Hold on, back up, what was that? I remember listening to Blues Traveler’s “Four” album. After enjoying a dose of Runaround, I discovered the 90’s blues rock, adrenaline inducing, Playing 4s example of Crash Burn. Part way through the song, John Popper breaks off in a harmonic (like, with his harmonica..) solo, followed by a competitive riptide guitar riff, followed by bass and then drums (hence, Playing 4s). My mind was blown! Rewind! Listen. Rewind! Listen. You get the picture.
If you find something that works for your brand, study it! Repeat it! Ask yourself why it works, why it energizes you, why it brings your team together, why it makes your customers adore you for your niche offering. Odds are it is a big contributor to your brand.
It might be fair to say that a large part of today’s workforce has no idea what I mean by Anti-Shock. This was a symbol of audial status in days gone by! I’m pretty sure my portable Panasonic CD player had 90 seconds of Anti-Shock. I could mow the lawn, bouncing hip pack and all, and make it through album after album without any skips or screeches emanating from my (corded) headphones. Those without anti-shock weren’t so lucky…
Similarly, your brand will exist in a challenging environment, full of bumps and skips. You may experience a brand identity crisis! A competitor offers similar services. An executive takes the company in a new direction. A key team player leaves for a new opportunity (necessitating a key change? OK OK I’ll stop…).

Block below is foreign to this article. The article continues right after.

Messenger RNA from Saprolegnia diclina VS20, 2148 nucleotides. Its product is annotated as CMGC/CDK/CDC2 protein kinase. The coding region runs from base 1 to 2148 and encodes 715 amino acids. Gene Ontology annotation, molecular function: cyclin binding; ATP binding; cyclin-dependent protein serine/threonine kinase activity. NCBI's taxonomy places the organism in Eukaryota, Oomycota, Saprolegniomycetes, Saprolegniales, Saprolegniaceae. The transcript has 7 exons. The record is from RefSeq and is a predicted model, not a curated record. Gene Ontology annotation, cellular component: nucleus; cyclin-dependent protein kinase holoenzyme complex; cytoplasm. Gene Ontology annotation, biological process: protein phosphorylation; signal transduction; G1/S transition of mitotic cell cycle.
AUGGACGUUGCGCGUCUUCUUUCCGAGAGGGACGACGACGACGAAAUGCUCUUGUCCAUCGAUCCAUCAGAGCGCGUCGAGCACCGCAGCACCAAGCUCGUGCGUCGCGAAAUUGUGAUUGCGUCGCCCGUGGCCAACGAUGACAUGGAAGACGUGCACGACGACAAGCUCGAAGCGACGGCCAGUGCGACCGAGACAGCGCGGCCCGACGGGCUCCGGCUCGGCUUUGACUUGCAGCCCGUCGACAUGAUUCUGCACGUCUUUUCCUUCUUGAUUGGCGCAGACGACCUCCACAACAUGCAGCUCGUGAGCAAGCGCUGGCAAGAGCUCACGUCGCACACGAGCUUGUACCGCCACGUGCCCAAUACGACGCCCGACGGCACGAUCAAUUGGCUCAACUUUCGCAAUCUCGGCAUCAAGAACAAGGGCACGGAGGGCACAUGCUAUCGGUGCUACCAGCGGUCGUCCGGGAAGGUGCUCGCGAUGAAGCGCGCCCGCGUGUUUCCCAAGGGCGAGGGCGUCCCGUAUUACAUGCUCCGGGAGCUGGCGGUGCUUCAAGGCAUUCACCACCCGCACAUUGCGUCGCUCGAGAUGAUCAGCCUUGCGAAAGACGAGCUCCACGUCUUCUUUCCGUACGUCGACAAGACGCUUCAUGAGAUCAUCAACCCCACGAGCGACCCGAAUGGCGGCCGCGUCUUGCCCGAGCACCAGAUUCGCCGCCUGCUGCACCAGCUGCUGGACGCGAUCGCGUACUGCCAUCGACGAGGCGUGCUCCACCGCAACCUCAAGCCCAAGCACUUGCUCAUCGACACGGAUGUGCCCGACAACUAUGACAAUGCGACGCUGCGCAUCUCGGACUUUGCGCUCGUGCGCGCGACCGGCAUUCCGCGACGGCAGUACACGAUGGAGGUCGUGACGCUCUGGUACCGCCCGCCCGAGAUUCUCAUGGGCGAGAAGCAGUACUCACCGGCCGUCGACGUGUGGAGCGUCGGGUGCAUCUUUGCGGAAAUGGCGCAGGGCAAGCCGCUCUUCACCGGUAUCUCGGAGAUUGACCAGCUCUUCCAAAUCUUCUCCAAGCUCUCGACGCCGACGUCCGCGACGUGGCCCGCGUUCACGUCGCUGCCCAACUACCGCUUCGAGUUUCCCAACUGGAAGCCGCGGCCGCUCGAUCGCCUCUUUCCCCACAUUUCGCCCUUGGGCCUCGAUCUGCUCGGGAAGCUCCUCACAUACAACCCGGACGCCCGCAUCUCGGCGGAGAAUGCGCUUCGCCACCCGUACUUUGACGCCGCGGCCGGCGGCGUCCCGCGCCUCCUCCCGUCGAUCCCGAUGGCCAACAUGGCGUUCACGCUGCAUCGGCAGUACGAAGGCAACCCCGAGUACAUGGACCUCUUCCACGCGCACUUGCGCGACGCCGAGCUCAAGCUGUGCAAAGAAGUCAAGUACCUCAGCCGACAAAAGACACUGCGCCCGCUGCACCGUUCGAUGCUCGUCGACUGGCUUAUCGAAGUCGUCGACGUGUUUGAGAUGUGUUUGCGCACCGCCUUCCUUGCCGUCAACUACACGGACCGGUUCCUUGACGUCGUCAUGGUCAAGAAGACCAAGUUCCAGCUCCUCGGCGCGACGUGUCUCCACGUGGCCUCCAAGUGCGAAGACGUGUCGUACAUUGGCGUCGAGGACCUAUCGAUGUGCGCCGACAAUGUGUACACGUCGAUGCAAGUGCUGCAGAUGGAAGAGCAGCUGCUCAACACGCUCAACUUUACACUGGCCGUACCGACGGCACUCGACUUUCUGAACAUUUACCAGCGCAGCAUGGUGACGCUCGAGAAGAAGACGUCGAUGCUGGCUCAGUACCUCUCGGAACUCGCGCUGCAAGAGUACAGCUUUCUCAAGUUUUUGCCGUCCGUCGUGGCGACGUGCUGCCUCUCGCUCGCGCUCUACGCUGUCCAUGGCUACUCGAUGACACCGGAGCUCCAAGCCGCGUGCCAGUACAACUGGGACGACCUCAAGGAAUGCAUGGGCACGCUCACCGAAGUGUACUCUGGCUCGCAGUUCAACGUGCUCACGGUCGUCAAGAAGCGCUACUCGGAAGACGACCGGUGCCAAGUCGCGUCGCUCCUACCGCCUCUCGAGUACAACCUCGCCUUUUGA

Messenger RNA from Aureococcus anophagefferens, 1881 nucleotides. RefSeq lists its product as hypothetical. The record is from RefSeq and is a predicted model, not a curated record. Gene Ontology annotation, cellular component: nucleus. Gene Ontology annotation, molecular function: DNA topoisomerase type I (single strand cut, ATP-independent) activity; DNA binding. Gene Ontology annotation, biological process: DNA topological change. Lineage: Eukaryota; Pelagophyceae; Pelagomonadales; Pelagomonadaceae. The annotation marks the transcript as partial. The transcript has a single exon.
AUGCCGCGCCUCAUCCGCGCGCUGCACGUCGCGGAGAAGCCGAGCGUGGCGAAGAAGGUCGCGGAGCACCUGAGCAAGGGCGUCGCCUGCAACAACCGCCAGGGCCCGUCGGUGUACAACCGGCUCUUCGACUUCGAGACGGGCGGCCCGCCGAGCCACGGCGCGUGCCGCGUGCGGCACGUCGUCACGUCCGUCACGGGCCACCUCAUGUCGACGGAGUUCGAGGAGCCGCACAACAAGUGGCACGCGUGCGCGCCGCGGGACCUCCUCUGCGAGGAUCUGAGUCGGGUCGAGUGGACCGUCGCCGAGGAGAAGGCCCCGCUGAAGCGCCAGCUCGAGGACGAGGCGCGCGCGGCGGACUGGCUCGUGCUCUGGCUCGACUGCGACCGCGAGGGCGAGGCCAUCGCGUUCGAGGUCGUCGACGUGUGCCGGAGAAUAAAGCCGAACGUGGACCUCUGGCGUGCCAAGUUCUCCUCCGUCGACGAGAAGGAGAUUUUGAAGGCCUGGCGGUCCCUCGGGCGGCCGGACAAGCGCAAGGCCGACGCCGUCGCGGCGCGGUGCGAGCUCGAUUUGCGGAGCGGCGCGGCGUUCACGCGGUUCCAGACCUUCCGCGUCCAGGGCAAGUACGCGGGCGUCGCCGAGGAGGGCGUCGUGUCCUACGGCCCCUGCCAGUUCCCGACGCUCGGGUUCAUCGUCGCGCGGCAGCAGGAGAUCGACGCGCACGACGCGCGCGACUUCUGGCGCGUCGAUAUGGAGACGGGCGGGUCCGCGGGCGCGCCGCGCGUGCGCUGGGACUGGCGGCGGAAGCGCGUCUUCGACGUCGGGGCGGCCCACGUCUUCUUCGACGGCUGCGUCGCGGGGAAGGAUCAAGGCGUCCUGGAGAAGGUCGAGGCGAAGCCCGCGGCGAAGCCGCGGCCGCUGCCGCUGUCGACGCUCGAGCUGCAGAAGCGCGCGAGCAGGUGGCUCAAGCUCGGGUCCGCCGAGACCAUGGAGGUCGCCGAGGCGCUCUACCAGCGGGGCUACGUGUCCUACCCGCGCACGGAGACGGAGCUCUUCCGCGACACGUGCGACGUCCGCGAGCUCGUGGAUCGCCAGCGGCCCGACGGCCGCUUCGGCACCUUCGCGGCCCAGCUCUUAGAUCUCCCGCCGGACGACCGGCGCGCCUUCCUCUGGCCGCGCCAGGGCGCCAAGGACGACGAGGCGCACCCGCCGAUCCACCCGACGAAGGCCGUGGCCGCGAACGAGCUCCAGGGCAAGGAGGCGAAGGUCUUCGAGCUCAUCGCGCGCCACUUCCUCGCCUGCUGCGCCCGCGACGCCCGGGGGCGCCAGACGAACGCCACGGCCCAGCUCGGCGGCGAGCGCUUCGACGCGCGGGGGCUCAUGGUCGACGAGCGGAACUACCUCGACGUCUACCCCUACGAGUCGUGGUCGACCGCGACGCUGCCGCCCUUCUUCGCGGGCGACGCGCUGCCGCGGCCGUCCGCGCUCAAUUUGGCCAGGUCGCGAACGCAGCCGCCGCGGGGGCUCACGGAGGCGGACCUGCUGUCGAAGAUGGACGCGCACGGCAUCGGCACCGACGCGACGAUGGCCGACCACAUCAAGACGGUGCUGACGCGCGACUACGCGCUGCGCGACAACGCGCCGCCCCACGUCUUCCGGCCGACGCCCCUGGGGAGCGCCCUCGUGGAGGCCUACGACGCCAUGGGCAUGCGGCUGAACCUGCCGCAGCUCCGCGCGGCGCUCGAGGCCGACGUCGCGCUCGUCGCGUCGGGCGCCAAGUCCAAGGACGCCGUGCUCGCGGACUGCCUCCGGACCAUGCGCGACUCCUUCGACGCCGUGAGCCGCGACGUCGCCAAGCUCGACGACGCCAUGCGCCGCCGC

This or something similar IS going to happen. You may be forced to rethink your mission, vision, purpose. Your strategy might not make sense anymore. This being said, the foundational parts of your brand identity can remain strong and immovable through preparatory “Anti-Shock”. Have you empowered your team with a shared leadership model? Have you learned to celebrate failure? Have you baked in a key ingredient: Fun? These tools will provide “Anti-Shock when your brand is challenged. You may still experience jolts or skips, but your audience, the listener, may not even notice as your theme song continues to play.
Listen, Kronk got it right in The Emperor’s New Groove. He may not have called it his “brand”, but he understood the need for a theme song. Be intentional. Drink your “Gummi Berri Juice”. Write the notes down. Experiment. Scribble out what doesn’t work and write something new. Move the needle. Rewind. Establish foundational, immovable aspects of your brand identity that can withstand the shocks of change.
“All the world’s waiting for you, and the power you possess.” When you enter the room, throw your hands in the air and look boldly at those before you, for your theme song begins.